Netflix's We The People uses animation to teach kids important civics lessons
With executive producers Barack and Michelle Obama, screenwriter Chris Nee has brought together a diverse team of animators to create a kids TV show that makes topics such as voting, taxes, and free speech accessible.
- Daniel Milroy Maher
- 5 July 2021
- Reading Time
- 3 minute read
To coincide with Independence Day, Netflix has released a new series titled We The People that “combines the power of music and animation to educate a new generation of young Americans about the power of the people”. The series, which was created by screenwriter and producer Chris Nee with the help of executive producers Barack and Michelle Obama and Kenya Barris, is composed of ten animated music videos that each focus on a different civic lesson, from voting to immigration. The videos are set to original songs by renowned artists such as H.E.R., Janelle Monae, Brandi Carlile, Lin-Manuel Miranda, Adam Lambert, Cordae, Bebe Rexha, Kyle, Andra Day, and poet Amanda Gorman; and animated by studios Buck and Titmouse, with episode directors Peter Ramsey, Trisha Gum, Victoria Vincent, Benjy Brooke, Mabel Ye, Tim Rauch, Jorge R. Gutierrez, Daron Nefcy, Everett Downing and Kendra Ryan. Chris Nee says she created the show after asking herself the question “how do you get kids to actually click on something about civics in this day and age?”
“As the dialogue continues around voting rights and accessibility in the U.S., we need a common language to talk about civics for kids,” she says. “But we needed to make it cool. A million people have wanted to capture the ethos of Schoolhouse Rock and it just felt like the right combination and the right time.” For We The People, Chris has taken the educational aspect of the popular 70s musical TV series Schoolhouse Rock – which taught kids about subjects such as grammar, science, economics, history, and mathematics – and brought it into the modern day, enticing Gen Z viewers with catchy soundtracks and contemporary animation styles. The animation itself changes with each episode, giving a mix of different animators the chance to put their own unique spin on the topic at hand.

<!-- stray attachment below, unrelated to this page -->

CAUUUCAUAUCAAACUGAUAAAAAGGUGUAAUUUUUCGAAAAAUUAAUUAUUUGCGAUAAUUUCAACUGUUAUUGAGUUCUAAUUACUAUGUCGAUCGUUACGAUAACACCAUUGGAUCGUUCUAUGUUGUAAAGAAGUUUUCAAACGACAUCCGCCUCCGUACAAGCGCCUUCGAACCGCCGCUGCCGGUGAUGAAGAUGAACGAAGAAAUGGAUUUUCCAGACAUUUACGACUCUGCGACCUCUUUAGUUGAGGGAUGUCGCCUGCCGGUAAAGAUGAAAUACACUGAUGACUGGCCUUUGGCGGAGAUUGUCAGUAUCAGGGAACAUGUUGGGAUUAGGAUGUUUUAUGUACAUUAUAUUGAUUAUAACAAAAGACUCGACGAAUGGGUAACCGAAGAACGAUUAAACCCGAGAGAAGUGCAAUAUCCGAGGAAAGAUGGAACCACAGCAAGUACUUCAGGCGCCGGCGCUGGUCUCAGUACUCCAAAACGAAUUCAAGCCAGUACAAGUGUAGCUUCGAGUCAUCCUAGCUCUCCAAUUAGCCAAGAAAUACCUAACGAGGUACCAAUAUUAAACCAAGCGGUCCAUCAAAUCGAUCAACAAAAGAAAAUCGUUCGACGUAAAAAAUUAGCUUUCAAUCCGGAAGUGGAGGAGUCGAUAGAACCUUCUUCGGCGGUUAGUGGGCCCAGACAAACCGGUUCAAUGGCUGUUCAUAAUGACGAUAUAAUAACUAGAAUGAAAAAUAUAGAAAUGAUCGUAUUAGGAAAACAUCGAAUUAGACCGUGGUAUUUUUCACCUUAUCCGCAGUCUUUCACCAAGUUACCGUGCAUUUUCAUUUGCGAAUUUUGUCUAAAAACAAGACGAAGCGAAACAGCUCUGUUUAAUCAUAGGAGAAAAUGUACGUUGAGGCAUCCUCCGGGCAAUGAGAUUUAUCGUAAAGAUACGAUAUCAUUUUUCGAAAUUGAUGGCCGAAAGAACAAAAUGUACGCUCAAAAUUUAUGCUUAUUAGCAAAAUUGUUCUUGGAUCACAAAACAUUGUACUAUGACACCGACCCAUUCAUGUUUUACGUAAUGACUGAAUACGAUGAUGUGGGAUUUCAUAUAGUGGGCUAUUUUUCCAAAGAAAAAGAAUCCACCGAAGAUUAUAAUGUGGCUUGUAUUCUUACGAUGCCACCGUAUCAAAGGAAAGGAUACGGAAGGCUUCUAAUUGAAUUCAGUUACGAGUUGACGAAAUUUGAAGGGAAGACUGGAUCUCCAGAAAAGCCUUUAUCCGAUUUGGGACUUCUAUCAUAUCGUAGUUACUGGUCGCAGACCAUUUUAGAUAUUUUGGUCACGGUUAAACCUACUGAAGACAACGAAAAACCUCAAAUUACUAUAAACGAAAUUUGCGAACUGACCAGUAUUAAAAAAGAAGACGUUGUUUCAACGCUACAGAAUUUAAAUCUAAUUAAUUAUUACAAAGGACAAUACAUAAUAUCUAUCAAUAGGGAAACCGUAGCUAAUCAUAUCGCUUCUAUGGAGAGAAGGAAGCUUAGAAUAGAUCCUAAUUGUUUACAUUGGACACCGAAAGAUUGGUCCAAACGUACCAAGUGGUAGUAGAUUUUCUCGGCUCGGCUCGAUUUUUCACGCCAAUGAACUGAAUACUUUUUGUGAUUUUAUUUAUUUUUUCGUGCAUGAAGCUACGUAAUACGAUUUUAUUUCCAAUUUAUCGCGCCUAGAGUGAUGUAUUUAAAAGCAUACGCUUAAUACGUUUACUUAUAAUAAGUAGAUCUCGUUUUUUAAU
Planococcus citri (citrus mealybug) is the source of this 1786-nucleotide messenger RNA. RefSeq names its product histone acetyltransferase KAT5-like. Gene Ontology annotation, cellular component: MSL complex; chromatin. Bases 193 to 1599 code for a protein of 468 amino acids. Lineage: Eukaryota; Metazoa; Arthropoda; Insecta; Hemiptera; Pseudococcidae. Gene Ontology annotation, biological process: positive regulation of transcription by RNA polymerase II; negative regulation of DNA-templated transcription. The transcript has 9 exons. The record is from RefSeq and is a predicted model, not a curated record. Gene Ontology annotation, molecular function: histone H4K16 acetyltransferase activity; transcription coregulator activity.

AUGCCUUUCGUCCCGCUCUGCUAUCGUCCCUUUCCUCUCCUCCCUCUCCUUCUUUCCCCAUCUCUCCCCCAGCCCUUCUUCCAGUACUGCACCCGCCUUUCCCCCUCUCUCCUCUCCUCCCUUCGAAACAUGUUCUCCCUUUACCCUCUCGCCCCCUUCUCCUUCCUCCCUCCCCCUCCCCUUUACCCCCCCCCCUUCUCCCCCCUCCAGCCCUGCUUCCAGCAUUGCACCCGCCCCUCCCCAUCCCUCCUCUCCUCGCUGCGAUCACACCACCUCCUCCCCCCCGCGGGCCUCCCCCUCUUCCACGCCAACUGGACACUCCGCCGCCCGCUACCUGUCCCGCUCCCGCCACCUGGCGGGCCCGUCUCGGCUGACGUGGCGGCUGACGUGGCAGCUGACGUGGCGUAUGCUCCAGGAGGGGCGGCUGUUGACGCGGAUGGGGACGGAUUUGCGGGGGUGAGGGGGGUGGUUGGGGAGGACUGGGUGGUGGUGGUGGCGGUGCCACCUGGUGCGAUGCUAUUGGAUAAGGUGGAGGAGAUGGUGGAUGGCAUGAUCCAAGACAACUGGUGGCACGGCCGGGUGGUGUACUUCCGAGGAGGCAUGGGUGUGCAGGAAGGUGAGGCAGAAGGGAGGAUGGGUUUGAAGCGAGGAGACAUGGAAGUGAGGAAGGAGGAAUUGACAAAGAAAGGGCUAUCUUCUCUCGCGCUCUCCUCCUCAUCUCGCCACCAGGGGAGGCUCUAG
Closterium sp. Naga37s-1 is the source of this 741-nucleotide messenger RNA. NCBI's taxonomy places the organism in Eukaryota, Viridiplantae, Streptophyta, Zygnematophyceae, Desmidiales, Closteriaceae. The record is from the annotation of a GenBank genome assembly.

Speaking on the recruiting of the animation team, Chris says: “In terms of animation, we wanted ten different animation styles, with ten different animators who were as diverse as possible and specifically represented We the People.” But instead of just going for the biggest names possible, Chris chose to bring on board a range of established and emerging artists: “We made the choice not only to ask the heaviest of hitters in our business — Peter Ramsey, Jorge R. Gutierrez, and Trisha Gum — but also hold several of the slots for up-and-comers. We wanted every choice to hold up the values of the work that we were putting on screen. And I think it worked out beautifully.” The varying styles allow for renewed focus with each episode, giving viewers – especially younger ones – a reason to carry on watching and a way in which to navigate the many different subjects being discussed in the songs.
The diversity of the animation also means that the aesthetic moves from raw and retro to soft and painterly and then to bright and cartoonish. In episode one, for example, which looks at the difference between state and federal power and the importance of uniting the two, the serious subject is offset with an upbeat track by rapper Kyle and an animation style that is reminiscent of hit kids TV shows such as The Amazing World of Gumball. By creating a visual bridge between the everyday cartoons watched by kids nationwide and the complex and often opaque world of civics, We The People manages to reach younger generations in a comfortable and familiar context in which dense topics feel accessible. Reflecting on the future of the show, Chris says: “I hope we are giving a tool to educators to make this a cool topic. And I hope that these songs are going to stick in the heads of kids who are actually just going to listen to them because they’re cool!”
GalleryNetflix: We The People stills (copyright © Netflix, 2021)
Netflix: We The People still (copyright © Netflix, 2021)
About the Author
Daniel joined It’s Nice That as an editorial assistant in February 2019 and continues to work with us on a freelance basis. He graduated from Kingston University with a degree in Journalism in 2015. He is also co-founder and editor of SWIM, an annual art and photography publication.